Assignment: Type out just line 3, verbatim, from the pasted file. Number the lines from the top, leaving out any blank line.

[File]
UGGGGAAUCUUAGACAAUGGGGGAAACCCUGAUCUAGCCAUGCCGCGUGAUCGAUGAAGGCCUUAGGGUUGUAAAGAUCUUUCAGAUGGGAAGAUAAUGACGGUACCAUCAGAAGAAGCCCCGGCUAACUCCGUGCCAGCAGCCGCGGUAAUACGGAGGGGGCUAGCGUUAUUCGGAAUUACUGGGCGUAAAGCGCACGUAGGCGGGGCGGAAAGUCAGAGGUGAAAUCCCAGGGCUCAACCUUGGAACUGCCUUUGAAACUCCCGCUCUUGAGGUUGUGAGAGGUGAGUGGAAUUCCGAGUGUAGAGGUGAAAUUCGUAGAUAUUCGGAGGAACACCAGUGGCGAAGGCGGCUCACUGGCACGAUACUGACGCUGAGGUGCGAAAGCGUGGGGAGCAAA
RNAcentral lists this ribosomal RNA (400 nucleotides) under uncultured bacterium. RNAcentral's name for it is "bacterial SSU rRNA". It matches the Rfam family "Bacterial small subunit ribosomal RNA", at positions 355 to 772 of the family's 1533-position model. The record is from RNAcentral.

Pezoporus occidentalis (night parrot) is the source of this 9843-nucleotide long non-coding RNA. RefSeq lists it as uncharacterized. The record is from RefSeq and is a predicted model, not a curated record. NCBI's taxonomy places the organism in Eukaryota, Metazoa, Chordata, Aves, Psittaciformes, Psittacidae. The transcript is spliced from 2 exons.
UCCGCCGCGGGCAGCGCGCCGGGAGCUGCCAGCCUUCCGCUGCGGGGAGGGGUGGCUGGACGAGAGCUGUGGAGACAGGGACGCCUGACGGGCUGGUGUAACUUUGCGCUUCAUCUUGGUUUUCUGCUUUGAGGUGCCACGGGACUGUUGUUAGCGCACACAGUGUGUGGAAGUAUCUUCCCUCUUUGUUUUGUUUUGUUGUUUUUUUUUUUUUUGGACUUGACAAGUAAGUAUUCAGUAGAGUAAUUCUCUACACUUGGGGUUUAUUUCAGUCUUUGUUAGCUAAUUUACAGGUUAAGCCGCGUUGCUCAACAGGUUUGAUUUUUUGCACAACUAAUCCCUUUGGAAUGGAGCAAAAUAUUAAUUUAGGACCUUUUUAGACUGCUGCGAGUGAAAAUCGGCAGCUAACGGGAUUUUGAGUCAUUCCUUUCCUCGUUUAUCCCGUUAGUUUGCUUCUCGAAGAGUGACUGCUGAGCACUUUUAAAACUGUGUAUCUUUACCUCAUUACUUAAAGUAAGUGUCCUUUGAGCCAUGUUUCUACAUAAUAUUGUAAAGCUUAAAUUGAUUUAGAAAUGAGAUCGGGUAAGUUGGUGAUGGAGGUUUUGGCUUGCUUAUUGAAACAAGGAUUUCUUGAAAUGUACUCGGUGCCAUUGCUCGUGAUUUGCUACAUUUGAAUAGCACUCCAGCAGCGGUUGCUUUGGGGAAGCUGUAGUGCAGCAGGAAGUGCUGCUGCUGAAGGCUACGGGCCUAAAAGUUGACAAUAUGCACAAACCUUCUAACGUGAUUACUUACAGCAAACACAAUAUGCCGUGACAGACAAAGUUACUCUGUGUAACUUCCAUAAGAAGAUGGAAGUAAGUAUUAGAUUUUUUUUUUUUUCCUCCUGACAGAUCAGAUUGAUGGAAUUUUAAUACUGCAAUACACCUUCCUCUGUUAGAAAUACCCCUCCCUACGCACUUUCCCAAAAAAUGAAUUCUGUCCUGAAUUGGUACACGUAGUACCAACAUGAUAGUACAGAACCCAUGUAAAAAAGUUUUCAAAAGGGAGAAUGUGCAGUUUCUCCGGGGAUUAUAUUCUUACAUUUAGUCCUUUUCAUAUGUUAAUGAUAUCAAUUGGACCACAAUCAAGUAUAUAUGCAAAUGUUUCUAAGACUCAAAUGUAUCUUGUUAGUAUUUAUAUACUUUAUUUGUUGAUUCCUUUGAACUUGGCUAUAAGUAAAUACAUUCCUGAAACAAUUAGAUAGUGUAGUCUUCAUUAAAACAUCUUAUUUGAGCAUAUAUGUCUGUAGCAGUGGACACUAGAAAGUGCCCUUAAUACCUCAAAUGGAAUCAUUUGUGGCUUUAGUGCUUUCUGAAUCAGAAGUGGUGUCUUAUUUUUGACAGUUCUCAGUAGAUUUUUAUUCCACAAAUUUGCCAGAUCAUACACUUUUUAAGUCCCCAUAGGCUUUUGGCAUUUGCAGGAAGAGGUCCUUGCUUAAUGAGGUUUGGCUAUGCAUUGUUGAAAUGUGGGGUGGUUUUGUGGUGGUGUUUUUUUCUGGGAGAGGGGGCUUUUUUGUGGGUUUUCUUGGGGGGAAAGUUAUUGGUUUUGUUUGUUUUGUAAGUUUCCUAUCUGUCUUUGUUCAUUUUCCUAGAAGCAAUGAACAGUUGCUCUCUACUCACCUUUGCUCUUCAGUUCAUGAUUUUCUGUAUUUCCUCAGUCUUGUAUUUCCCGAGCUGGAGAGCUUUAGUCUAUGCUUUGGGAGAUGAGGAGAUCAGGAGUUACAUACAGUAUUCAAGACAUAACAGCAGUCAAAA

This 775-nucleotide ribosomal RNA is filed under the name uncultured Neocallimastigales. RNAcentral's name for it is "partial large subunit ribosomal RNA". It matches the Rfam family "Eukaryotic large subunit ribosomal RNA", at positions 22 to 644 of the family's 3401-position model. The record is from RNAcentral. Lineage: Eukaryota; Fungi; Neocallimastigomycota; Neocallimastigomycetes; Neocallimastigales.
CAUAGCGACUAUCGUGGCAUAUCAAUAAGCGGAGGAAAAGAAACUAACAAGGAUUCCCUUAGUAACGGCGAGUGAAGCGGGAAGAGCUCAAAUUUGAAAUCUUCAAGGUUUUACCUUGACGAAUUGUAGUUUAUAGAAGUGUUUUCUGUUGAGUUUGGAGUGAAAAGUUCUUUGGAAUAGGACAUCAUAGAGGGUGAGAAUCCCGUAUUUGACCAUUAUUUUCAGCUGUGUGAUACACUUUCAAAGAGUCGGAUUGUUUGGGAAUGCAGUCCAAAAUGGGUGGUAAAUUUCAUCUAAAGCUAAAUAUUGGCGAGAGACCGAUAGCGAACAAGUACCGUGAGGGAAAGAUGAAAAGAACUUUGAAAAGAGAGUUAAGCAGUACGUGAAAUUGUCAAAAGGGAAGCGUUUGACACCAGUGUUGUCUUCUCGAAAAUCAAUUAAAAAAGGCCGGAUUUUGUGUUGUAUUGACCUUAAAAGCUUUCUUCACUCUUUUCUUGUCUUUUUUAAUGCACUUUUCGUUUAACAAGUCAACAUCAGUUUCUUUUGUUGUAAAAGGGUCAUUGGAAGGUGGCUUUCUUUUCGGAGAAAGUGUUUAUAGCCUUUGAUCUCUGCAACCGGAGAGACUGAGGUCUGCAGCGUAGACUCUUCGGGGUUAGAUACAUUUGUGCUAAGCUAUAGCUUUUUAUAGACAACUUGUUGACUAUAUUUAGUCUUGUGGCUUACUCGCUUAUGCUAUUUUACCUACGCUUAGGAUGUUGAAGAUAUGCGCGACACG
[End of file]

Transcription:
Pezoporus occidentalis (night parrot) is the source of this 9843-nucleotide long non-coding RNA. RefSeq lists it as uncharacterized. The record is from RefSeq and is a predicted model, not a curated record. NCBI's taxonomy places the organism in Eukaryota, Metazoa, Chordata, Aves, Psittaciformes, Psittacidae. The transcript is spliced from 2 exons.